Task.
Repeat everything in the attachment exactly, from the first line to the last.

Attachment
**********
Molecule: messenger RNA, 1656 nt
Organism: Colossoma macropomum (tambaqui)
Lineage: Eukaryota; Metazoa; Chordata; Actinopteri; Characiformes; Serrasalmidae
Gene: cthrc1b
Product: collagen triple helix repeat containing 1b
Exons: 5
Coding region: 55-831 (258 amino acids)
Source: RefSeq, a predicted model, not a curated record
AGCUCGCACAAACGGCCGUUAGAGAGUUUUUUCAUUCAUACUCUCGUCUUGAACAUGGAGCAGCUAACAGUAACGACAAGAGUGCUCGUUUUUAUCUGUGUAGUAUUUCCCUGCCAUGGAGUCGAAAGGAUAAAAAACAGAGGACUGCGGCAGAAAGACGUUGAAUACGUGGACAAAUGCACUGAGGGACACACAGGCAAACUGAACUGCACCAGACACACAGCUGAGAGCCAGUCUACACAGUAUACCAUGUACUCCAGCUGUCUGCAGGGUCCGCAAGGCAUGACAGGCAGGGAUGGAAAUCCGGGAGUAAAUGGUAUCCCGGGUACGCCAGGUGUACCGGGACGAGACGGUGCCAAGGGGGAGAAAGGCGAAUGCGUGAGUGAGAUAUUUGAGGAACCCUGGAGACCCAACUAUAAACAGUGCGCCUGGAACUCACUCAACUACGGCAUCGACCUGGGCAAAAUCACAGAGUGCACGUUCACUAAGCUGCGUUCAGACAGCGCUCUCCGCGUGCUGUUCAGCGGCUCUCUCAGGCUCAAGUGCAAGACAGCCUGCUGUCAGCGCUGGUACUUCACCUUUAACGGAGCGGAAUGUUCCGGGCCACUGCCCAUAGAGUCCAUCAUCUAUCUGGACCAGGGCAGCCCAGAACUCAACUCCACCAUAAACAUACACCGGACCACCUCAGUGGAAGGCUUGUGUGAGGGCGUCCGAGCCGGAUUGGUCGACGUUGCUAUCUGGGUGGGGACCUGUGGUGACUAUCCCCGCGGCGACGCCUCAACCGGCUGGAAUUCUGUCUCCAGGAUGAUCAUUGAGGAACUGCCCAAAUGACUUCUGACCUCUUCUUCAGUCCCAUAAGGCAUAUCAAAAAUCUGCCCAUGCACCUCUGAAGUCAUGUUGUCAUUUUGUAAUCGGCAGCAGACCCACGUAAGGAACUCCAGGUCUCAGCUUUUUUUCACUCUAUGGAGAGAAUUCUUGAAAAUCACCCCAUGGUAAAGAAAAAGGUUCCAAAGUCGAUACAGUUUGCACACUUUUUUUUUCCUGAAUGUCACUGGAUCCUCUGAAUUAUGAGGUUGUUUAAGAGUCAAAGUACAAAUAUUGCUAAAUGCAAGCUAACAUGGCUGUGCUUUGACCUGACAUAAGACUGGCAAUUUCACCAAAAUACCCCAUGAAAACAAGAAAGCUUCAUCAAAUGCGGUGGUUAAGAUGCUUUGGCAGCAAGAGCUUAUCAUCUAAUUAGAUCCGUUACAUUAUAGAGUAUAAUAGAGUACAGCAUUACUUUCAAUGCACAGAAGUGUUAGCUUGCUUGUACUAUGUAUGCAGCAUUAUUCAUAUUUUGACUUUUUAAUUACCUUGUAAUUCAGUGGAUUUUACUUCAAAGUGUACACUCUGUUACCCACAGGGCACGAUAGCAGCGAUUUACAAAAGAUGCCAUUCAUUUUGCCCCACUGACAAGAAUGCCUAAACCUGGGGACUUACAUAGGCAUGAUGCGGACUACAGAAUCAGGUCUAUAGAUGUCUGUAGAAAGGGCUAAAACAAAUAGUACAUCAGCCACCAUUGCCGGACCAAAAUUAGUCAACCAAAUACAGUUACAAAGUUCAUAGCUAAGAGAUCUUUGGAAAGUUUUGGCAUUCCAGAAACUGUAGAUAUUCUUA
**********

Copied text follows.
Molecule: messenger RNA, 1656 nt
Organism: Colossoma macropomum (tambaqui)
Lineage: Eukaryota; Metazoa; Chordata; Actinopteri; Characiformes; Serrasalmidae
Gene: cthrc1b
Product: collagen triple helix repeat containing 1b
Exons: 5
Coding region: 55-831 (258 amino acids)
Source: RefSeq, a predicted model, not a curated record
AGCUCGCACAAACGGCCGUUAGAGAGUUUUUUCAUUCAUACUCUCGUCUUGAACAUGGAGCAGCUAACAGUAACGACAAGAGUGCUCGUUUUUAUCUGUGUAGUAUUUCCCUGCCAUGGAGUCGAAAGGAUAAAAAACAGAGGACUGCGGCAGAAAGACGUUGAAUACGUGGACAAAUGCACUGAGGGACACACAGGCAAACUGAACUGCACCAGACACACAGCUGAGAGCCAGUCUACACAGUAUACCAUGUACUCCAGCUGUCUGCAGGGUCCGCAAGGCAUGACAGGCAGGGAUGGAAAUCCGGGAGUAAAUGGUAUCCCGGGUACGCCAGGUGUACCGGGACGAGACGGUGCCAAGGGGGAGAAAGGCGAAUGCGUGAGUGAGAUAUUUGAGGAACCCUGGAGACCCAACUAUAAACAGUGCGCCUGGAACUCACUCAACUACGGCAUCGACCUGGGCAAAAUCACAGAGUGCACGUUCACUAAGCUGCGUUCAGACAGCGCUCUCCGCGUGCUGUUCAGCGGCUCUCUCAGGCUCAAGUGCAAGACAGCCUGCUGUCAGCGCUGGUACUUCACCUUUAACGGAGCGGAAUGUUCCGGGCCACUGCCCAUAGAGUCCAUCAUCUAUCUGGACCAGGGCAGCCCAGAACUCAACUCCACCAUAAACAUACACCGGACCACCUCAGUGGAAGGCUUGUGUGAGGGCGUCCGAGCCGGAUUGGUCGACGUUGCUAUCUGGGUGGGGACCUGUGGUGACUAUCCCCGCGGCGACGCCUCAACCGGCUGGAAUUCUGUCUCCAGGAUGAUCAUUGAGGAACUGCCCAAAUGACUUCUGACCUCUUCUUCAGUCCCAUAAGGCAUAUCAAAAAUCUGCCCAUGCACCUCUGAAGUCAUGUUGUCAUUUUGUAAUCGGCAGCAGACCCACGUAAGGAACUCCAGGUCUCAGCUUUUUUUCACUCUAUGGAGAGAAUUCUUGAAAAUCACCCCAUGGUAAAGAAAAAGGUUCCAAAGUCGAUACAGUUUGCACACUUUUUUUUUCCUGAAUGUCACUGGAUCCUCUGAAUUAUGAGGUUGUUUAAGAGUCAAAGUACAAAUAUUGCUAAAUGCAAGCUAACAUGGCUGUGCUUUGACCUGACAUAAGACUGGCAAUUUCACCAAAAUACCCCAUGAAAACAAGAAAGCUUCAUCAAAUGCGGUGGUUAAGAUGCUUUGGCAGCAAGAGCUUAUCAUCUAAUUAGAUCCGUUACAUUAUAGAGUAUAAUAGAGUACAGCAUUACUUUCAAUGCACAGAAGUGUUAGCUUGCUUGUACUAUGUAUGCAGCAUUAUUCAUAUUUUGACUUUUUAAUUACCUUGUAAUUCAGUGGAUUUUACUUCAAAGUGUACACUCUGUUACCCACAGGGCACGAUAGCAGCGAUUUACAAAAGAUGCCAUUCAUUUUGCCCCACUGACAAGAAUGCCUAAACCUGGGGACUUACAUAGGCAUGAUGCGGACUACAGAAUCAGGUCUAUAGAUGUCUGUAGAAAGGGCUAAAACAAAUAGUACAUCAGCCACCAUUGCCGGACCAAAAUUAGUCAACCAAAUACAGUUACAAAGUUCAUAGCUAAGAGAUCUUUGGAAAGUUUUGGCAUUCCAGAAACUGUAGAUAUUCUUA